Understanding the Politics of Saudi Sectarianism

Apr 2015

AHMAD_IMAGE Yemen




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There has been an incredibly healthy debate in Pakistan concerning the Kingdom of Saudi Arabia’s ‘request’ that Pakistan militarily assist the former’s assault on the Houthi rebels – who are challenging the rule of its Yemeni ally. A solid majority of Pakistanis are legitimately skeptical of their state slavishly subordinating itself to the diktat of the gulf monarchy that believes its oil wealth can purchase blind subservience from a poor country like Pakistan. The intense questioning taking place in the country is quite exciting, for a number of reasons.

One of the most significant reasons is that the ostensible ‘sectarian’ nature of the conflict has not clouded the political judgment of most Pakistanis, whether Sunni or Shia. Despite the desperate attempts of the Saudis to characterize any development in the Middle East and beyond as a ‘Shia/Iranian conspiracy’ against Sunnidom, most folks are not buying it this time. The gratuitous and malignant interventions the Saudis carry out throughout the region and wherever they can get their hands on a Muslim community have become too obvious to overlook. The Kingdom’s recent machinations in Iraq, Egypt, Bahrain, and Syria have produced enormous bloodshed, mayhem, and new generations of puritanical and violent jihadis. This is of course consistent with the politically reactionary role the Saudis have always played – and our part of the world should know that best.

The fact that there is indeed commentary that is emphasizing how sectarianism is a camouflage for profoundly political causes is noteworthy and important. However, what is actually required now is deeper analysis to understand what is driving this ‘geo-sectarian’ card that the Saudis have been playing since 1979.

The Islamic Revolution in Iran in that year sent shockwaves throughout the region, but especially to the conservative gulf monarchies. The fear was that the revolutionary spirit of that moment would spread quickly, and would transcend any Shia-Sunni divide. In fact, it was doing that. Students, intellectuals, and oppressed groups who were reading either Sayyid Qutb, Che Guevara, or Mao Tse-tung were now immersing themselves in the vocabulary of Ali Shariati and Khomeini. There was no contradiction for them, neither the sectarian (Sunni vs. Shia revolutionary ideology) nor the secular vs. religious one. There was continuity in a discourse that challenged power and favored the oppressed.

Indeed, the central – and very simple – factor that caused the royal despots of the Gulf to unleash political and sectarian warfare to punish Iran was the Islamic revolution’s staunchly anti-monarchical orientation. It was, after all, the brutal regime of the Shah of Iran that the mass movement of Iranians sought to overthrow. The Saudis and the other sheikhdoms of the Gulf understood very well that the anti-monarchical impulse would seem to most Muslims as more compatible with an Islamic political ethos than the petro-autocracies of Arabia. And this is precisely why there was never any political argument used to discredit the Islamic revolution, but a virulently sectarian one: they are Sahaba-hating Shias trying to impose Shi’ism on everyone else. Period.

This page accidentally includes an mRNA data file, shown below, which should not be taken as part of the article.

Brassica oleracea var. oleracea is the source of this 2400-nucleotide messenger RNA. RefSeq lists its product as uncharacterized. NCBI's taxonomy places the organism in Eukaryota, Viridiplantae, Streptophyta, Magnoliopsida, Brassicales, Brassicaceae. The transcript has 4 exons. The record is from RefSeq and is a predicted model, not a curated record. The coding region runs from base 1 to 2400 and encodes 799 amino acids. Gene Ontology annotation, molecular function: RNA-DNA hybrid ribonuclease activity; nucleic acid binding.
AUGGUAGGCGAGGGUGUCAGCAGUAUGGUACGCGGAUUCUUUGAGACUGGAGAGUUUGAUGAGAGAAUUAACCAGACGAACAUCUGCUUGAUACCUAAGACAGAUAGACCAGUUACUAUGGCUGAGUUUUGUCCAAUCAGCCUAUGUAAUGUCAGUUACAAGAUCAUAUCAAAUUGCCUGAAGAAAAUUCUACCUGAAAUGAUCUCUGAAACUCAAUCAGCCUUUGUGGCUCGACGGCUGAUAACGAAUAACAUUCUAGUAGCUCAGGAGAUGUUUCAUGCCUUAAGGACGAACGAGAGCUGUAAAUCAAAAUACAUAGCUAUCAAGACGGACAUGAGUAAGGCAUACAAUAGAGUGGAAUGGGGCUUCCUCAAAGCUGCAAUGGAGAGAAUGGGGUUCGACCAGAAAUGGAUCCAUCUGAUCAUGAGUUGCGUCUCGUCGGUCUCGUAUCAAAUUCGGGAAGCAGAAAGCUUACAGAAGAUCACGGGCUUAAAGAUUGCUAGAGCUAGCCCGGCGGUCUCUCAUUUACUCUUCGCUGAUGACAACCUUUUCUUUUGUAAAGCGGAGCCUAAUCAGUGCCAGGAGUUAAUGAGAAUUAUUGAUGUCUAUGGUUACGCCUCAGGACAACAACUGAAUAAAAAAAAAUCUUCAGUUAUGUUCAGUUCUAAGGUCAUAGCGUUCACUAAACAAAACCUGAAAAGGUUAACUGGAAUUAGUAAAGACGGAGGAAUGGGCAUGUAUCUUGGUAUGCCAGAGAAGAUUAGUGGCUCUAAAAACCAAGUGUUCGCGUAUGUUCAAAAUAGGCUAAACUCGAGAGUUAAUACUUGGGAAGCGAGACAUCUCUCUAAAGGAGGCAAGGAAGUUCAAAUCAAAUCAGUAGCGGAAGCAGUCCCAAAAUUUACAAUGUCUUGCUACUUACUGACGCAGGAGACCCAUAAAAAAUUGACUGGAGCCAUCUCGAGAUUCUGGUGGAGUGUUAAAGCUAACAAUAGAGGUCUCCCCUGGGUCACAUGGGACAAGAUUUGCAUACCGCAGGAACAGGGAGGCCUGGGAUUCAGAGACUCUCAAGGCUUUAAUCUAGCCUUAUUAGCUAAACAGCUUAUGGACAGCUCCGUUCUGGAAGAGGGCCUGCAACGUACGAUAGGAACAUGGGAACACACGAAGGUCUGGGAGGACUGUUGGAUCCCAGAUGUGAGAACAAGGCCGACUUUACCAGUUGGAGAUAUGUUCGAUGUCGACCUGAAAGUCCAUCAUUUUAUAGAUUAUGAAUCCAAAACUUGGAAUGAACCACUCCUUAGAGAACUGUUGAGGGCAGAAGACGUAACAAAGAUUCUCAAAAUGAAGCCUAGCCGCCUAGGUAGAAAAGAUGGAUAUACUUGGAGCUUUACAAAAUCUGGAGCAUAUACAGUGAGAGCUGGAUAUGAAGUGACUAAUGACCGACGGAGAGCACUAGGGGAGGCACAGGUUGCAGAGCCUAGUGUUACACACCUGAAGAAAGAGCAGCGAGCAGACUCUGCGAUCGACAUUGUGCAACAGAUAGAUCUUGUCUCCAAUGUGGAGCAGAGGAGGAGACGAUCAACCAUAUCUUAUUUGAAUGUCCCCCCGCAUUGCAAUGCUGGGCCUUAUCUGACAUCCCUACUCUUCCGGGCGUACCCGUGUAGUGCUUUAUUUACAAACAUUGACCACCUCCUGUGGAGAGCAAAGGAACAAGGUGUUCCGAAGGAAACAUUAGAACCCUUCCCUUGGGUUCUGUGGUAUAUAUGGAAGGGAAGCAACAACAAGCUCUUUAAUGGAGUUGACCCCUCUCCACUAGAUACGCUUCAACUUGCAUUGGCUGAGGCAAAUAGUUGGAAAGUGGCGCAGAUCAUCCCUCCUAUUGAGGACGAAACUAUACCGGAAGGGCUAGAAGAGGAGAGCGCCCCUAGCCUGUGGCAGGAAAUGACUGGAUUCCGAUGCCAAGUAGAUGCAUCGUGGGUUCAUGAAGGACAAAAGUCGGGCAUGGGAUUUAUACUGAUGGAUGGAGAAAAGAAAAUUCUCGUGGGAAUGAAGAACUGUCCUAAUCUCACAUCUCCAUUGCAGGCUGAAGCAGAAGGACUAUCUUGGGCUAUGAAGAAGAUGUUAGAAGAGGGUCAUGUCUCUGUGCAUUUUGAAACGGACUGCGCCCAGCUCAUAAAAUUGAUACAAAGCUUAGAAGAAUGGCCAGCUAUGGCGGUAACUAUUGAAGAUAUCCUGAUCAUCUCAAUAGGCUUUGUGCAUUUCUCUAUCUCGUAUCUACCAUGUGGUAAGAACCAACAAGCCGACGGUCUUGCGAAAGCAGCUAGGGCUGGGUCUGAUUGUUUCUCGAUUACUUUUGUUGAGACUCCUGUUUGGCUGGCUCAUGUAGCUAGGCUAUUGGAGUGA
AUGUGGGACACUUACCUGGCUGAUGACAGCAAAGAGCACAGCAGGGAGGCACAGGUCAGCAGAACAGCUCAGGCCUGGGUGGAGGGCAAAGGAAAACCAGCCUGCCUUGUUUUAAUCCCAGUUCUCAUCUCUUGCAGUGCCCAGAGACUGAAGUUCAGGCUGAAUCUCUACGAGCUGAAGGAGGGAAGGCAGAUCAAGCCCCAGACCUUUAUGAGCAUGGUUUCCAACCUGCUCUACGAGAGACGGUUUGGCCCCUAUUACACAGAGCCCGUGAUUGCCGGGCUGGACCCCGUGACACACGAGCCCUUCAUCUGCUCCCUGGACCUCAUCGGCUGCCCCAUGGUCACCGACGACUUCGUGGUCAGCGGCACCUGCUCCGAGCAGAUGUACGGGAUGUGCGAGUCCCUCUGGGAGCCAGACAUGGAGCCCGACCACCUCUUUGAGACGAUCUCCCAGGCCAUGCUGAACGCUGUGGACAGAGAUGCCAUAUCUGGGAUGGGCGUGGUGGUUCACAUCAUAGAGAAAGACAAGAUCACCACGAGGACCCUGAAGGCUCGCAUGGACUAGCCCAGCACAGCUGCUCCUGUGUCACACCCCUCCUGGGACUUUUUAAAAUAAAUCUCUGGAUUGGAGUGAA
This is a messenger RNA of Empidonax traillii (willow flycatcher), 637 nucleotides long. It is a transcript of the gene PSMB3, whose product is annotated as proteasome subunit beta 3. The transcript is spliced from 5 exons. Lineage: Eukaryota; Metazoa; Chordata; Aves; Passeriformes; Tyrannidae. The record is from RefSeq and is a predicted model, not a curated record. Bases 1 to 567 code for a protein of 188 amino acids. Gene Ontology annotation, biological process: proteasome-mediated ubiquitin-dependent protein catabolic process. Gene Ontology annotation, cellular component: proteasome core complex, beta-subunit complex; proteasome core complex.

The sectarian vitriol emanating from Riyadh was disseminated throughout the Muslim world, and accompanied by support for state and non-state actors willing to do the dirty work for the Kingdom. The assault on the anti-monarchical tendency began right away, with the support for Iraq’s invasion of Iran in 1980 – and has continued ever since. But those efforts to engender religious divisions between Shia and Sunni failed in 2006. Hezbollah’s courageous resistance against Israeli aggression seemed to have captured the hearts and minds of all Arabs and Muslims regardless of theological orientation. The movement’s leader, Hassan Nasrallah, was by far he most popular Arab leader then.

Which is why, just like after 1979, the Saudis had to shift to hyper-sectarianism once again to discredit the politics of popular resistance and mass mobilization. The vicious Syrian civil war gave a boost to such reactionary politics, since it was described as Shia-Alawi assault on the Sunnis – and similarly portrayed in the case of Iraq.

But what reminds us that it is the political and not the religious/sectarian that is paramount is what happened in Egypt. The force that the Kingdom itself had nurtured, the Muslim Brotherhood, was then disowned and punished. General Sisi’s coup against President Morsi was wholeheartedly endorsed by the Saudis who no longer saw the Brotherhood as a conservative social force protecting the region from progressive ideologies, but as a political force rooted in mass, popular, agitational politics that of course all monarchies abhor.

It is, therefore, essential to think about the maneuvering of the Saudis and its neighbors in this deeply political way. Their politics is nothing but opposing any mass oppositional politics, be it Shia, Sunni, socially conservative or liberal. It is rarely described this way, but the real political battle in the region is between Muslim monarchical rule and Muslim republicanism. Meanwhile, the Saudis will persist in trying to fool you into believing it is about theology and creeping Shia expansionism. Fortunately, many more Muslims are now unwilling to give credulity to such shallow polemics – no matter how much oil wealth is poured into making the narrative seem believable.

Junaid S. Ahmad is Director for the Center for Global Dialogue, UMT, and has been teaching law and politics at LUMS.

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